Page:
Science Project:

Memorizing Numbers

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Materials:

  • Paper
  • Pen
  • Notebook
  • Volunteers
  • Timer

Procedure

  1. Write a line of 15 random numbers on a piece of paper. Make sure you don't repeat any number too many times. You want to make this as hard to memorize as possible.
  2. Look at the numbers. How many numbers do you think your volunteers can memorize within a minute?
  3. Write your best guess, often called a hypothesis, in your notebook.
  4. Test each volunteer separately: you don't want anyone having extra time to memorize the numbers!
  5. Start your timer as soon as you give each volunteer the numbers.
  6. Take away the paper as soon as the one minute is up.
  7. Immediately ask the volunteer to recite as many numbers as he can.
  8. Write down this number in your notebook.
  9. Once you've tested each volunteer, wait one hour.
  10. Separately ask each volunteer to try and recite the numbers again.
  11. Write this number next to the previous number.
  12. Study your results. Was your hypothesis correct?

Results:

While your volunteers should have remembered a lot more numbers when you first asked them, you should have found that the overall average was about seven numbers. You should find that most of your volunteers can successfully memorize around seven digits.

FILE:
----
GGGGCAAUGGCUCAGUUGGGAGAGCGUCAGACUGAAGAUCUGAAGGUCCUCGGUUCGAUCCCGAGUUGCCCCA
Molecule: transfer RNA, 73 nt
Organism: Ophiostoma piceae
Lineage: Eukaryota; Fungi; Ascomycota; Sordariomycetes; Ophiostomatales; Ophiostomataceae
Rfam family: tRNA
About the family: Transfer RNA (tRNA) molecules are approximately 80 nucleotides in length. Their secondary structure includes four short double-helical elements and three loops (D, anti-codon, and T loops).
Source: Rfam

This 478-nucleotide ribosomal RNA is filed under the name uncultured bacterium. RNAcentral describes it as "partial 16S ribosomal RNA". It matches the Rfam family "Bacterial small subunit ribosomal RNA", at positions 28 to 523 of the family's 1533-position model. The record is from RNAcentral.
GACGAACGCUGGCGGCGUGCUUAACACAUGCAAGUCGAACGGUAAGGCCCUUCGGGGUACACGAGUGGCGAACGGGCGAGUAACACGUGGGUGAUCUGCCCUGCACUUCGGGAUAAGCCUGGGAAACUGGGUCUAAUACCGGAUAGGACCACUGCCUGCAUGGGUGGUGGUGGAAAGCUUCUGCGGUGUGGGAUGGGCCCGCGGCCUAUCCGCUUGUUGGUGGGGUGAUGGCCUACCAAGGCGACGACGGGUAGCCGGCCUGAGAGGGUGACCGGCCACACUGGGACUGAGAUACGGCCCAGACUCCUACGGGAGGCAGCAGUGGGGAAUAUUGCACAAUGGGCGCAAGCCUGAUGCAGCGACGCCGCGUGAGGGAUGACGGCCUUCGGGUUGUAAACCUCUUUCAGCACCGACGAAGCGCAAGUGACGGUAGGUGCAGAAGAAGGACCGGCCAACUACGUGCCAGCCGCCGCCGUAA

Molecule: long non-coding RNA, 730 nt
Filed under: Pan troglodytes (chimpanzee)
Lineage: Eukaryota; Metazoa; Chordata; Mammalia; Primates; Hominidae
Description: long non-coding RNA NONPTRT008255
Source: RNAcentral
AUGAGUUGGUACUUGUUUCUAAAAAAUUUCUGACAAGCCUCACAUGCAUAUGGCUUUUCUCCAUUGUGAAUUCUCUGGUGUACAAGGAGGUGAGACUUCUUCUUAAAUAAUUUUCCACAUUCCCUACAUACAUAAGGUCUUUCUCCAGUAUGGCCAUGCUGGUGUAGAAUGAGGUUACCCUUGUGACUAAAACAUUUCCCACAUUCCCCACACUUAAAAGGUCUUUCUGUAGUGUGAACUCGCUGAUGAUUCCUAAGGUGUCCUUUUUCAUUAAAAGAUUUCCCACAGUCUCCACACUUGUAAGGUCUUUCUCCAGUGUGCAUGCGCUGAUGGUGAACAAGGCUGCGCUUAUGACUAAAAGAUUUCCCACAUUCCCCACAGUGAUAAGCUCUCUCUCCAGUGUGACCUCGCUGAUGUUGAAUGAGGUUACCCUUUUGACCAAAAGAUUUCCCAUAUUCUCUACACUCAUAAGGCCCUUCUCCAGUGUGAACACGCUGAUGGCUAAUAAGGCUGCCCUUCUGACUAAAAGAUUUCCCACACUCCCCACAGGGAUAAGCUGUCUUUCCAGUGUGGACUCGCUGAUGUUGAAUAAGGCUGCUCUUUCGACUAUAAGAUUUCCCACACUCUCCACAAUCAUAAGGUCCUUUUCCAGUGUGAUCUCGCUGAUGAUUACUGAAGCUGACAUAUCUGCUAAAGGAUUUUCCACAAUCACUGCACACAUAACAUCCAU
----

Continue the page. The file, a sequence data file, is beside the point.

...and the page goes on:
Why?

Research has proved that the average person can memorize a maximum of seven digits. This is why most phone numbers and license plates are about seven digits or letters. By memorizing phone numbers, we’re actually training our minds to get use to being able to remember seven numbers. However, many people have trouble with short term memory, long term memory, or both. Everyone is different in terms of their brains ability to store information. What if we changed the age group for volunteers? Or used letters instead of numbers? Keep experimenting and you could find out new facts!

Author: DanielleA
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